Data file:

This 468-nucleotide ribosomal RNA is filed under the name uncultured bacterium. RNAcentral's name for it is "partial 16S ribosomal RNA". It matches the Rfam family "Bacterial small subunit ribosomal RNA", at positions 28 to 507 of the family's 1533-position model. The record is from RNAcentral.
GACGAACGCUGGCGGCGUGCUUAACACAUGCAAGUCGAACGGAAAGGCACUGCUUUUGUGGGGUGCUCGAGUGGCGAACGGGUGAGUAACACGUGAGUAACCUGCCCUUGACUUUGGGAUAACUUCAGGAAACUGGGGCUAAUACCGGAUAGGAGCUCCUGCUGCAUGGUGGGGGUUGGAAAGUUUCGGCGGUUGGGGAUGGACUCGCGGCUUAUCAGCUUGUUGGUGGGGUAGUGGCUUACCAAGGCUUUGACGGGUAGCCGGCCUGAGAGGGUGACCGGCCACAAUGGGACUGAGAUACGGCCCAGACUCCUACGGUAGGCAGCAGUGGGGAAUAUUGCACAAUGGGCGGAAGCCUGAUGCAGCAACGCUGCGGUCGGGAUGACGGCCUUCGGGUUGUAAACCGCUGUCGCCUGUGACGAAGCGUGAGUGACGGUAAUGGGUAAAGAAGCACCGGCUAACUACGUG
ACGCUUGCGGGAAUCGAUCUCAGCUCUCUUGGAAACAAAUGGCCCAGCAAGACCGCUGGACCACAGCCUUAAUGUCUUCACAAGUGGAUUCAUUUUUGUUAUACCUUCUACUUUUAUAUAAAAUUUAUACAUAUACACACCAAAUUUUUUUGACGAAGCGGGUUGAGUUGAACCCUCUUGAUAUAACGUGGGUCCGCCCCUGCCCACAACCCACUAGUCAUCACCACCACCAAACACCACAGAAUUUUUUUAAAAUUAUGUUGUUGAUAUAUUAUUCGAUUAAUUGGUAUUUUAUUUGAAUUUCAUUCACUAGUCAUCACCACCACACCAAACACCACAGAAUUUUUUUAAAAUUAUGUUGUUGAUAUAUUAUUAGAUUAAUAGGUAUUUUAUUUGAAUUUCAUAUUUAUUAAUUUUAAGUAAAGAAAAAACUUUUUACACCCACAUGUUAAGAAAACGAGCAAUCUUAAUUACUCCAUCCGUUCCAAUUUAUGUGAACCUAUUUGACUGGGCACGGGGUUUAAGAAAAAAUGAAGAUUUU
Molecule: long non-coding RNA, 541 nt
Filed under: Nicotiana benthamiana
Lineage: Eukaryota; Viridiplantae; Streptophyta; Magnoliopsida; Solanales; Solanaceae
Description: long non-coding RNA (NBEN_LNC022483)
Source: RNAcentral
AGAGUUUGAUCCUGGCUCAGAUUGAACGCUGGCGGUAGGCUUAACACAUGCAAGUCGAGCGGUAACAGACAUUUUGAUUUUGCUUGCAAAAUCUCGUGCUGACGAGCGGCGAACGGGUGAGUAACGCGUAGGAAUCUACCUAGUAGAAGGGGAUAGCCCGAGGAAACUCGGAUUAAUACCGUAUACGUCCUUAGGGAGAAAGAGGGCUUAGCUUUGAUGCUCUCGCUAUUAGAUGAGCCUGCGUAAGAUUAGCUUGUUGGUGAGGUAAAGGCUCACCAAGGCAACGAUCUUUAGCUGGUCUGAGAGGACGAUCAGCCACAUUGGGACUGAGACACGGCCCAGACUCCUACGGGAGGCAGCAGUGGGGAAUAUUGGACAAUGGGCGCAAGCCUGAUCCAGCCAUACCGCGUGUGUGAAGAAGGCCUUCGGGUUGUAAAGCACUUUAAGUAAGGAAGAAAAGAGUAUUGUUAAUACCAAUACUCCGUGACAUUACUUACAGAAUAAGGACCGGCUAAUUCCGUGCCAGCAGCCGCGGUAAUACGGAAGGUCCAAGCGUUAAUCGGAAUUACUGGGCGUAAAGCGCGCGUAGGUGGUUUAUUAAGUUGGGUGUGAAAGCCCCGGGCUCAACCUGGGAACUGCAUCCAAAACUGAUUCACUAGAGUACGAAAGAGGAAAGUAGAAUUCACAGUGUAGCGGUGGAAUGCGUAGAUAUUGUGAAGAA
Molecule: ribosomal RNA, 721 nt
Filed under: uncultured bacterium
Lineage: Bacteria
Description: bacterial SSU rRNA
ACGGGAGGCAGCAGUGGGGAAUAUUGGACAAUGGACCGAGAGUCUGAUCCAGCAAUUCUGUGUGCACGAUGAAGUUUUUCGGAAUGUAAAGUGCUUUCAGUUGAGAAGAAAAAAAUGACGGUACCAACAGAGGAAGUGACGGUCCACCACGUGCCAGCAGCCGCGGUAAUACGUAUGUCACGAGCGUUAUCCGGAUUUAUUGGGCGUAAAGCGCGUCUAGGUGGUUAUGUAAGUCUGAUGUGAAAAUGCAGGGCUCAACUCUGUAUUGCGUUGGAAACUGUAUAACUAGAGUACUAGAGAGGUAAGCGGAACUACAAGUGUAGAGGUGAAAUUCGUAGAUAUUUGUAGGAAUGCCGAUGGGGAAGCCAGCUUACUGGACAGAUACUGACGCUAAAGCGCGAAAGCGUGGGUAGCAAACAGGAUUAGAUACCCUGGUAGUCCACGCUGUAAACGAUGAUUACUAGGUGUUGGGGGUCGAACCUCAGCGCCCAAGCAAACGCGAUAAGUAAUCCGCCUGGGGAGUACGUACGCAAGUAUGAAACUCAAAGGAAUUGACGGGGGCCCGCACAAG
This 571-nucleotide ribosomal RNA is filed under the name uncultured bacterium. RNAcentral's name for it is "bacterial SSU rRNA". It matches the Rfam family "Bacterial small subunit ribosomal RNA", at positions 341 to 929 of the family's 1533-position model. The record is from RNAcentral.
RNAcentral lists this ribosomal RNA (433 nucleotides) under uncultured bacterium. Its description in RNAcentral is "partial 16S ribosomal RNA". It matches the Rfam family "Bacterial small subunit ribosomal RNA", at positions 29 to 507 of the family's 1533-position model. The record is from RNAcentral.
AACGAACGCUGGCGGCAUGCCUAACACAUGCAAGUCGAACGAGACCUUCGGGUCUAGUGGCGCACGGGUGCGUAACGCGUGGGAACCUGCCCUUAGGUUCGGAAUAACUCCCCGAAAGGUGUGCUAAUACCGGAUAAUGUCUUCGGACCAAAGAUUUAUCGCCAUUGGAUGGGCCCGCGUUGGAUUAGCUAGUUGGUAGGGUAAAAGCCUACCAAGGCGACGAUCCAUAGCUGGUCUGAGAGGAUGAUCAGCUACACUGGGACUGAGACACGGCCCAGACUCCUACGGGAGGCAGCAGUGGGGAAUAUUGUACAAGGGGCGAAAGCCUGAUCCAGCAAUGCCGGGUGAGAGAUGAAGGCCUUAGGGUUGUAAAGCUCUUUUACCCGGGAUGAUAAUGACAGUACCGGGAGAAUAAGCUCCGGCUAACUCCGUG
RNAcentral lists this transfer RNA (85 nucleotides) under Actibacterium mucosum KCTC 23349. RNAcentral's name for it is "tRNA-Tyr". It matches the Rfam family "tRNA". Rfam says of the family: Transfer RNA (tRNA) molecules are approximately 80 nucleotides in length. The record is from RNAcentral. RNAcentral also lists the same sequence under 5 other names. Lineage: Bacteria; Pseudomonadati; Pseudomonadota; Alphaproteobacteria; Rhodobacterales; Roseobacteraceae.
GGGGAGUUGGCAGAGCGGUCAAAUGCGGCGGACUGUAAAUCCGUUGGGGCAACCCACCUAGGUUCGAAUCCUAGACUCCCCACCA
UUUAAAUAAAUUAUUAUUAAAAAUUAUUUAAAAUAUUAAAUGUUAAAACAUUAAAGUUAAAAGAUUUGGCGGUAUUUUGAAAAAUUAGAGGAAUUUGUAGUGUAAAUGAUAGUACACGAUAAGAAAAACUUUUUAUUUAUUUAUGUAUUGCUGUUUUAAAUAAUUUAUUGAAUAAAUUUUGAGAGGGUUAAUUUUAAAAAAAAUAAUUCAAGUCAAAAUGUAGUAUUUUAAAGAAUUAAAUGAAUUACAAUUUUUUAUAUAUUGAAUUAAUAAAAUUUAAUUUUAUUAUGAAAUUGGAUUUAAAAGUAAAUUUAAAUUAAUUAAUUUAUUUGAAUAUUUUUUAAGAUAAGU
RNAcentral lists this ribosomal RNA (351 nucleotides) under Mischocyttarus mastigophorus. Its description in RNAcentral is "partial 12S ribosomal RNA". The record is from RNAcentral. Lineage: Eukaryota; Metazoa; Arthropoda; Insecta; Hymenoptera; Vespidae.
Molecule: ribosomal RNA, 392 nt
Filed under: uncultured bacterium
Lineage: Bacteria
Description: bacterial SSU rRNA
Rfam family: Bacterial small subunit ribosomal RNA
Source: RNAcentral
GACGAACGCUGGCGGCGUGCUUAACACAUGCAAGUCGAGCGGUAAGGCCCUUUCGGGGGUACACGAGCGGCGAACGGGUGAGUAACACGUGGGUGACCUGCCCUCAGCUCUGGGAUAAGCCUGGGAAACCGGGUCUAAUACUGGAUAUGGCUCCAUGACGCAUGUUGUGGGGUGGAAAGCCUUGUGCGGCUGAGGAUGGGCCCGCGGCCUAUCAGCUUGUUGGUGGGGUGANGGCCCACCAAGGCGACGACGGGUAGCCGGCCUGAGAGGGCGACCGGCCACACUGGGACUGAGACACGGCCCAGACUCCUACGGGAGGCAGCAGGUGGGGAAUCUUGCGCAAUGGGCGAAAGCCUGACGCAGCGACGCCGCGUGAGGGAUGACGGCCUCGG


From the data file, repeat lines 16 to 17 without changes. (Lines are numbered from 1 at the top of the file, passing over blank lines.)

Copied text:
RNAcentral lists this ribosomal RNA (433 nucleotides) under uncultured bacterium. Its description in RNAcentral is "partial 16S ribosomal RNA". It matches the Rfam family "Bacterial small subunit ribosomal RNA", at positions 29 to 507 of the family's 1533-position model. The record is from RNAcentral.
AACGAACGCUGGCGGCAUGCCUAACACAUGCAAGUCGAACGAGACCUUCGGGUCUAGUGGCGCACGGGUGCGUAACGCGUGGGAACCUGCCCUUAGGUUCGGAAUAACUCCCCGAAAGGUGUGCUAAUACCGGAUAAUGUCUUCGGACCAAAGAUUUAUCGCCAUUGGAUGGGCCCGCGUUGGAUUAGCUAGUUGGUAGGGUAAAAGCCUACCAAGGCGACGAUCCAUAGCUGGUCUGAGAGGAUGAUCAGCUACACUGGGACUGAGACACGGCCCAGACUCCUACGGGAGGCAGCAGUGGGGAAUAUUGUACAAGGGGCGAAAGCCUGAUCCAGCAAUGCCGGGUGAGAGAUGAAGGCCUUAGGGUUGUAAAGCUCUUUUACCCGGGAUGAUAAUGACAGUACCGGGAGAAUAAGCUCCGGCUAACUCCGUG